About this blog

WELCOME! My name is Ann Mortimer and I'm a professional watercolour artist and tutor from Nottingham, UK.

This is a "learn how to" and "problem solving" blog covering WATERCOLOUR TECHNIQUES.

You can look for things that interest you in the blog archive on the side bar when various topics have built up over time!

I'll be covering thing such as colour mixing, negative painting, using masking fluid, laying washes, painting water and all sorts of other things.

Friday, 9 August 2013

A step by step demo of some hedgerow dog roses

I haven't posted here for ages, hoping that what I had already put on the blog would keep people busy.  But now it's time for more information about techniques.
I have been posting on my facebook page,
but I know that very few of the people who follow my art are on facebook.
My page on facebook
So my apologies to those people who have seen this already on my facebook page.

(CLICK on the photos to enlarge)

During my June painting course in Derbyshire, I saw these dog roses growing near the studio where we were painting.  There was an abundance of flowers and we had sunny weather so I was able to photograph with cast shadows on them and lots of lovely contrast.

This photo inspired me as I saw the potential for creating depth as the sunlight was picking up some leaves and throwing the others into the background.  Also there was a lovely cast shadow over the flowers.  The shapes of the stamens were being thrown on to the lower petals.  I knew from experience that this would create impact in a finished painting and I just love sunlight effects.

It was quite easy to make a drawing from this photo, as it was almost a ready made composition.  I tried to overlap the roses a bit more and added two more buds in a better position.

I masked out the stamens and the buds, allowed this to dry and then laid a first wash over the whole page which I had wetted with clean water.  My first wash leaves quite a bit of the page uncovered by the paint.  These spaces , such as on the lower parts of the flowers will represent the very lightest sunlit parts.
I also made sure to drop plenty of yellow over the leaves which would then appear sunlit.  There's a lot of this sort of planning involved with this style of painting.

Below is the first wash in place and then my palette showing the colours I mixed for the first stage.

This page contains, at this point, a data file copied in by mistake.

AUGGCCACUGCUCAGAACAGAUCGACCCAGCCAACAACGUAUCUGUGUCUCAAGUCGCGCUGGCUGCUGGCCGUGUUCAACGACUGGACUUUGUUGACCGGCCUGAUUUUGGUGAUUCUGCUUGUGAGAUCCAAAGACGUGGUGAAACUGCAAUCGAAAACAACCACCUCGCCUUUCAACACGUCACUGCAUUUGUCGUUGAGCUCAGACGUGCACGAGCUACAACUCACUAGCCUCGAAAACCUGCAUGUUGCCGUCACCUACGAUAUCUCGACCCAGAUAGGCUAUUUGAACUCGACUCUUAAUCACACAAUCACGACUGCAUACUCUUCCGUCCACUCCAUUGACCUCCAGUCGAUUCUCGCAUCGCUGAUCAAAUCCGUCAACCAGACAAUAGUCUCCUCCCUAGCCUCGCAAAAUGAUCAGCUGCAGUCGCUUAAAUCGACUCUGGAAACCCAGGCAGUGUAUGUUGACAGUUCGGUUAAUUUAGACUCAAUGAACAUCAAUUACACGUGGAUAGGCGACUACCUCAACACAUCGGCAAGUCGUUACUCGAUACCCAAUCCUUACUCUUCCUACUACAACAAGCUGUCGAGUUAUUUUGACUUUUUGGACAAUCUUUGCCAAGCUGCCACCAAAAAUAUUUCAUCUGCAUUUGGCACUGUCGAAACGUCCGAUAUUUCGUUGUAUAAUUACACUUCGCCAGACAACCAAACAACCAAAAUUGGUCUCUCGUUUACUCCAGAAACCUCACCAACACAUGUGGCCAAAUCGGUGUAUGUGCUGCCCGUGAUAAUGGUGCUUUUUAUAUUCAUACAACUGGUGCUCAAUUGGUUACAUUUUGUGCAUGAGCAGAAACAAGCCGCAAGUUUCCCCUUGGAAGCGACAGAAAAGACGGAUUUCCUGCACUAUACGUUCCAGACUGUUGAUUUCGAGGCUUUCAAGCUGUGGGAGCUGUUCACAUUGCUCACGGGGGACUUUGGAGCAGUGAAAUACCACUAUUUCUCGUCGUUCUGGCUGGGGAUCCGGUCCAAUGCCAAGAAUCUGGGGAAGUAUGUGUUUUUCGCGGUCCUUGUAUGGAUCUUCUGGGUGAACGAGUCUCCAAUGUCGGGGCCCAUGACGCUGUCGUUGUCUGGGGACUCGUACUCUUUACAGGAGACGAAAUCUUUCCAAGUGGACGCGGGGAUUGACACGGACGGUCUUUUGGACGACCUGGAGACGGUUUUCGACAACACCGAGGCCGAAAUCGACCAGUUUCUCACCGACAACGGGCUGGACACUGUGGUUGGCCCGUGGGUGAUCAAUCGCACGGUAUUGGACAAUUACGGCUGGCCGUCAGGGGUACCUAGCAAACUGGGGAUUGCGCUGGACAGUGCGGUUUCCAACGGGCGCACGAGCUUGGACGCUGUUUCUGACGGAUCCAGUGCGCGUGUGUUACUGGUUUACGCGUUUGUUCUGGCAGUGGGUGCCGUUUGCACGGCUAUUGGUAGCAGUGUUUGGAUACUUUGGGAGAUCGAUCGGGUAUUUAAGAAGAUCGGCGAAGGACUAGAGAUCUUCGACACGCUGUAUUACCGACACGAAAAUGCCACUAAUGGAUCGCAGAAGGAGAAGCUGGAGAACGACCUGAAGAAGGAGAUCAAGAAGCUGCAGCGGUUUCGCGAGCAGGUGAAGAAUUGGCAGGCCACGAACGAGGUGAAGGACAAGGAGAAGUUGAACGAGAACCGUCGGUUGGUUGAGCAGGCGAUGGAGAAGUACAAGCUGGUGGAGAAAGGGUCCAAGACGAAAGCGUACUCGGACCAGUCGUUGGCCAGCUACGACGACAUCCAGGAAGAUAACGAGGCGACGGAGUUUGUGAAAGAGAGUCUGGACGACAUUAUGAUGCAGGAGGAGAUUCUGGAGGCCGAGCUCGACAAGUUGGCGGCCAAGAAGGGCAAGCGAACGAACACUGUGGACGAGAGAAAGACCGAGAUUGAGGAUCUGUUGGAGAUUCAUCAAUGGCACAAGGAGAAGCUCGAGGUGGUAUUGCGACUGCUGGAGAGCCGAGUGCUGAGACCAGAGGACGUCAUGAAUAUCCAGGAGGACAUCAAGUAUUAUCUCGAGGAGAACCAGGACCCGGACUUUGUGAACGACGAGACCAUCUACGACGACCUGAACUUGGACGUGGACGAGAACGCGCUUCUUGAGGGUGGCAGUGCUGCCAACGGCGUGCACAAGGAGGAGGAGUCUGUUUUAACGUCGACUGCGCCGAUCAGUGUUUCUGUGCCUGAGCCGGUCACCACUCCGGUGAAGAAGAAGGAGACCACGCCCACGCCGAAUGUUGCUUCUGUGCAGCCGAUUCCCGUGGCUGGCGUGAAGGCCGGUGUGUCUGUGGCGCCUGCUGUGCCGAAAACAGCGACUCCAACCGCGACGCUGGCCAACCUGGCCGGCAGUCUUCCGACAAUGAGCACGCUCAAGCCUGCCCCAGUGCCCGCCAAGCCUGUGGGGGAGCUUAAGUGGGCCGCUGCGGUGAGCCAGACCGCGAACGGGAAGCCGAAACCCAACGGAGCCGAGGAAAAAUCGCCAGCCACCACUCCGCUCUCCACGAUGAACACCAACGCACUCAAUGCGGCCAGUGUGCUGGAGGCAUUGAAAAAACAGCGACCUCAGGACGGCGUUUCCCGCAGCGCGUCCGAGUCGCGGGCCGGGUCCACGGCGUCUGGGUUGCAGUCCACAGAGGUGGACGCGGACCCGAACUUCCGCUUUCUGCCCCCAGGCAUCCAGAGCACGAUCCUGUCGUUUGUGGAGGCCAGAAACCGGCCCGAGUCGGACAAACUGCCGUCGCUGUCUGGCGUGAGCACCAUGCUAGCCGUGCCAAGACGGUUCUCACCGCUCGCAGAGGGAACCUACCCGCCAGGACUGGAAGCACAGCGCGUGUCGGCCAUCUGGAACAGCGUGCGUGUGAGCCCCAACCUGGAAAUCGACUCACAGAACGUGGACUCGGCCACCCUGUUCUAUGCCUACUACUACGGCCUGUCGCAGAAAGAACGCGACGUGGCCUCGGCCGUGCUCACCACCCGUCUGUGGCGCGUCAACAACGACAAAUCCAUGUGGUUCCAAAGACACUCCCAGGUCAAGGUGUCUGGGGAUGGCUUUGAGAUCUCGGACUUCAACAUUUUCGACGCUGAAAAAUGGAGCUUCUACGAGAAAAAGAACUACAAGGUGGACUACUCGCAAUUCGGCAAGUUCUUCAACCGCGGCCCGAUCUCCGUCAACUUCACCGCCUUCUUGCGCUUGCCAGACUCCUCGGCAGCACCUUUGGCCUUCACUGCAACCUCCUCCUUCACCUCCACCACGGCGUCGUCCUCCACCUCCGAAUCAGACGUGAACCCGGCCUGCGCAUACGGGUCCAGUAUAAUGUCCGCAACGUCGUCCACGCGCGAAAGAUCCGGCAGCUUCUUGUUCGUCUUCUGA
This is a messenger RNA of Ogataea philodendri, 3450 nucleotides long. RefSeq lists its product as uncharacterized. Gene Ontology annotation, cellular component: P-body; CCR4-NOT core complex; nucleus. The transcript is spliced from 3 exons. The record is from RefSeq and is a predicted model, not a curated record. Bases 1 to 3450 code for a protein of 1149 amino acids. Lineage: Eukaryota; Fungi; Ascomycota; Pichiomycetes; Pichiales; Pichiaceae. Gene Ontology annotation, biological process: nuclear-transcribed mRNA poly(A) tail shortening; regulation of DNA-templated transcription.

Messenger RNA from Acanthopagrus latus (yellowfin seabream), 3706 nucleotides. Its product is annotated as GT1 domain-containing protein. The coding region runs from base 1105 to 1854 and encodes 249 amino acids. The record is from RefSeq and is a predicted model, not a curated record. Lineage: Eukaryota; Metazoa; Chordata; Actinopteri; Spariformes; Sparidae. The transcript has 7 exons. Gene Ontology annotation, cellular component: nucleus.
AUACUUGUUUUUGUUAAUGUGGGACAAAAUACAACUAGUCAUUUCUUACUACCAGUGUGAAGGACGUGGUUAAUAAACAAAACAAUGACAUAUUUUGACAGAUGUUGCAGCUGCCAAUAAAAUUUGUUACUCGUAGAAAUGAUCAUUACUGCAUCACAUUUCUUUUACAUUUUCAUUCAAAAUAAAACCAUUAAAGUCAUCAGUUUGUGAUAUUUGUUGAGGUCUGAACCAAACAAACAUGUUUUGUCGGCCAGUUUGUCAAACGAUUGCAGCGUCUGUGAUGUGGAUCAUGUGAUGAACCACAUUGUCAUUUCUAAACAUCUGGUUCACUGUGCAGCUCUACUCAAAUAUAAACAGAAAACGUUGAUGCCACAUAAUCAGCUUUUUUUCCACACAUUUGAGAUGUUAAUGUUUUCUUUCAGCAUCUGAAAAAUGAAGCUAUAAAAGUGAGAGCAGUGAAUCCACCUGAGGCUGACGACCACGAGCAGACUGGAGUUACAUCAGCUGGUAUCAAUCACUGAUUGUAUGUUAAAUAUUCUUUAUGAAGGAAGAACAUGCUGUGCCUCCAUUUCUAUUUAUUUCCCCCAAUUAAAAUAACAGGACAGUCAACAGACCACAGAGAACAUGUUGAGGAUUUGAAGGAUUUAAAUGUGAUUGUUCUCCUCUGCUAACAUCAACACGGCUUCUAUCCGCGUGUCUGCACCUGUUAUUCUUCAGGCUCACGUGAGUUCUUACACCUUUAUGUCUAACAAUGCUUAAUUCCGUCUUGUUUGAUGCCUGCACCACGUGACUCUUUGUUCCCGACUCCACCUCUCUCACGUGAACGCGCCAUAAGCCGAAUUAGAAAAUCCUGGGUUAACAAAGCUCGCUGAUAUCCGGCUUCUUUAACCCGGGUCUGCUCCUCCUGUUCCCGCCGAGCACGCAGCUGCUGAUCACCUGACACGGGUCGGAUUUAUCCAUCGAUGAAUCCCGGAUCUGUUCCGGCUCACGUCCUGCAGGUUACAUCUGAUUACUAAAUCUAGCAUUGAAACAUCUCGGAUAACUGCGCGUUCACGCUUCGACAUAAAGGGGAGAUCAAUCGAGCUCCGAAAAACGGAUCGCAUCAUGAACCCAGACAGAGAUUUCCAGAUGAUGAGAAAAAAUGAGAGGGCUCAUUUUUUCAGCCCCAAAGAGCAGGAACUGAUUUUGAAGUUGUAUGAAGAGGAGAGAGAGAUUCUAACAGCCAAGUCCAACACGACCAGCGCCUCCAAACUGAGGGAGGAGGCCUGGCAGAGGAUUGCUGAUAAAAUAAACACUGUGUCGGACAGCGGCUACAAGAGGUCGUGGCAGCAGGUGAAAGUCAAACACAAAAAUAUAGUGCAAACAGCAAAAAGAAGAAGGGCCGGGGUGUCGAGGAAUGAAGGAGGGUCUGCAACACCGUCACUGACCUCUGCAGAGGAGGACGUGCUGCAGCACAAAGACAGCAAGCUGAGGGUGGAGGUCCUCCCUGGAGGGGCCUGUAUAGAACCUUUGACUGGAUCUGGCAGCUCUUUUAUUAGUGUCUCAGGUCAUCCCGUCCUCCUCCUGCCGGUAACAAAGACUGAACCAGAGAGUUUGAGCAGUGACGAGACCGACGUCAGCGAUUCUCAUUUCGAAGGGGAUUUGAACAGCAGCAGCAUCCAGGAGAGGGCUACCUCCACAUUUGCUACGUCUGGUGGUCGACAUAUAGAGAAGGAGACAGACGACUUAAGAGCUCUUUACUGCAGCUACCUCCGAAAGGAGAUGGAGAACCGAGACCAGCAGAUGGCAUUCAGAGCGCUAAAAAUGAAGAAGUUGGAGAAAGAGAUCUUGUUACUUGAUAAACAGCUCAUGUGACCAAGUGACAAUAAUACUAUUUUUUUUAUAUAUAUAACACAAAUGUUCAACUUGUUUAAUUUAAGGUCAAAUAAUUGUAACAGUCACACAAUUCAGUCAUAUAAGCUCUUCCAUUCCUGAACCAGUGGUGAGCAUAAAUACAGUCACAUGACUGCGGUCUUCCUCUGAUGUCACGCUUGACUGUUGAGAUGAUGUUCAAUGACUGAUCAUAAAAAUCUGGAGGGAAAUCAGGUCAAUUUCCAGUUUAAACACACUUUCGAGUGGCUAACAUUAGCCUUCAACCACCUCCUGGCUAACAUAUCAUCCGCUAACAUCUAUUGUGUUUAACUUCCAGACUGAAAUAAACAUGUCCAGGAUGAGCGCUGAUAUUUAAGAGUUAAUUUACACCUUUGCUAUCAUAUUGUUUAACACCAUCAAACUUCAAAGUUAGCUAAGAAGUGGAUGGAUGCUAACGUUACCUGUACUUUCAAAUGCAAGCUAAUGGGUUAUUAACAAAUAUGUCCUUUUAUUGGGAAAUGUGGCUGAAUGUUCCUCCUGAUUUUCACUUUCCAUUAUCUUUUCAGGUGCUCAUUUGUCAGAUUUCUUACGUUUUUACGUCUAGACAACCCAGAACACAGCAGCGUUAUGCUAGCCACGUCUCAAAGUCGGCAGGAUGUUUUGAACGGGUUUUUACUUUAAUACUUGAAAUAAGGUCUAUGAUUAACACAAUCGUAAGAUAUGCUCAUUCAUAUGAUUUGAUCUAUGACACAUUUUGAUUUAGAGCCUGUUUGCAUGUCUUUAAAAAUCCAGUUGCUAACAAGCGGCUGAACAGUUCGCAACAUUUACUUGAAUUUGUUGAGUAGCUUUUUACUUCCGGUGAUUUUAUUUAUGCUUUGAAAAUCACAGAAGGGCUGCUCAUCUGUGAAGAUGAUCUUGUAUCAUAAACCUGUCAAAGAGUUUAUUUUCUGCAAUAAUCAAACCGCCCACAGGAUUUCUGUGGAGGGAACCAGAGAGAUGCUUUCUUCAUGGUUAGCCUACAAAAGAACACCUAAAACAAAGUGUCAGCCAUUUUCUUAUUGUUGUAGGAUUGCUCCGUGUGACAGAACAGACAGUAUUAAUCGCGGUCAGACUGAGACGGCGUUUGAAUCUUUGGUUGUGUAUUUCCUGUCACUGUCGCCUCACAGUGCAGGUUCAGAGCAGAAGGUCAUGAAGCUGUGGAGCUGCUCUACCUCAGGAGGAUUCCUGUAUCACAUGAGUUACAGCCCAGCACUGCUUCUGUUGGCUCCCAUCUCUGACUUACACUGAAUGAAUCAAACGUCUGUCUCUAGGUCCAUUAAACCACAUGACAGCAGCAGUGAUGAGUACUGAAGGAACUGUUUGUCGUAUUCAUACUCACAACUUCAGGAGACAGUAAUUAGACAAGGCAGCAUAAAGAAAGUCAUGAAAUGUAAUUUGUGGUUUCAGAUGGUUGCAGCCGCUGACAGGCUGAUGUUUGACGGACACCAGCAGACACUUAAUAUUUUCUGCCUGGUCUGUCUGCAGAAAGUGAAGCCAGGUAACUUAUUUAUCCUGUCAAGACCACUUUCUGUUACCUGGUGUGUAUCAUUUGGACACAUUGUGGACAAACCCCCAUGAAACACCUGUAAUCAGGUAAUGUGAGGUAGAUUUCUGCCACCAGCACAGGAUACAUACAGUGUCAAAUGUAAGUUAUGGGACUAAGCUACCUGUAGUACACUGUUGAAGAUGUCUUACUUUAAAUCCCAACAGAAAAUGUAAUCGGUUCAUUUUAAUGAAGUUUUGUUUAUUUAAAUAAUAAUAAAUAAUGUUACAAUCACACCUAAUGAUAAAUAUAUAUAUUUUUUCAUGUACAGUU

First wash stage 1

Palette with colours indicated.

The scene was now set for starting to put more sense of depth in the painting.  Below is the second stage.

I've outlined the flowers with the dark mixes and the main leaves by painting into the negative shapes.  I did  this by wetting an area around the flower and dropping in colours while outlining the shapes of the petals and leaves.  You can see that I have gone in again after the first washes were dry and outlined some underlying leaves with negative painting.  The flowers and buds are still untouched at this stage.

Stage 2 with the flowers and some leaves brought out with negative painting.

Next I started  painting the flowers by wetting each petal with clean water and dropping pinks only around the edge of the flower.  The colour seeps in to the centres but the main concentration of colour stays around the edges.
I have also started putting some vein details on the leaves.  I removed the masking on the buds.

Stage 3 

At stage 4 I have painted the buds looking carefully at the photograph.  I have also started some shading on the petals by using a blue/pink/touch of yellow mix.  This was mostly to give the flowers their cup shape.  But I didn't want to overdo the shadows at this stage as that would take away from the impact of the final cast shadows.

Stage 4 Buds painted and some shadow on the petals to show form.

I painted the cast shadows before taking the masking off the stamens.  I then took the masking off and after painting them with the yellows, I had to adjust them to show some in shadow.  The painting of the cast shadows over the leaves was done very quickly and almost with my eyes shut!  Just trying to get the sense of shadows being cast by one leaf on another closely following my reference photo.  It was an act of faith really but it seems to have come out ok.  I darkened the background top left and added more darks strategically to bring out the lightest parts of the flowers and leaves.

Final painting.  

I really enjoyed painting this.  Not easy!  A lot of planning involved.  I knew what I was aiming for and it worked this time.  Not always the case.  It helped that the flowers were a simple shape, because I had enough on trying to get the shadows and tones right without having complicated details to paint in the flowers.  Hope you enjoyed following me.  
I'd be pleased for you to have a go at painting it.  But best to treat it as an exercise and then try the same techniques on your own design, and that's what I'd love to see if you do have a go.

Thank you for reading this...Happy Painting!

Thursday, 16 May 2013


What inspired me to paint this scene of sunlit rhododendrons were the cast shadows on the flowers and leaves.  I love trying to depict sunlight and shadow in my watercolours.
The colours I used for this painting were: aureolin, raw sienna, indian yellow, permanent rose, cobalt violet.
I mixed my greens with Winsor blue and quinacridone gold.  The darks for the crevices and negative spaces were mixed with Winsor blue, quinacridone magenta and gold.

First wash 
First I masked out the stamens ans allowed this to dry.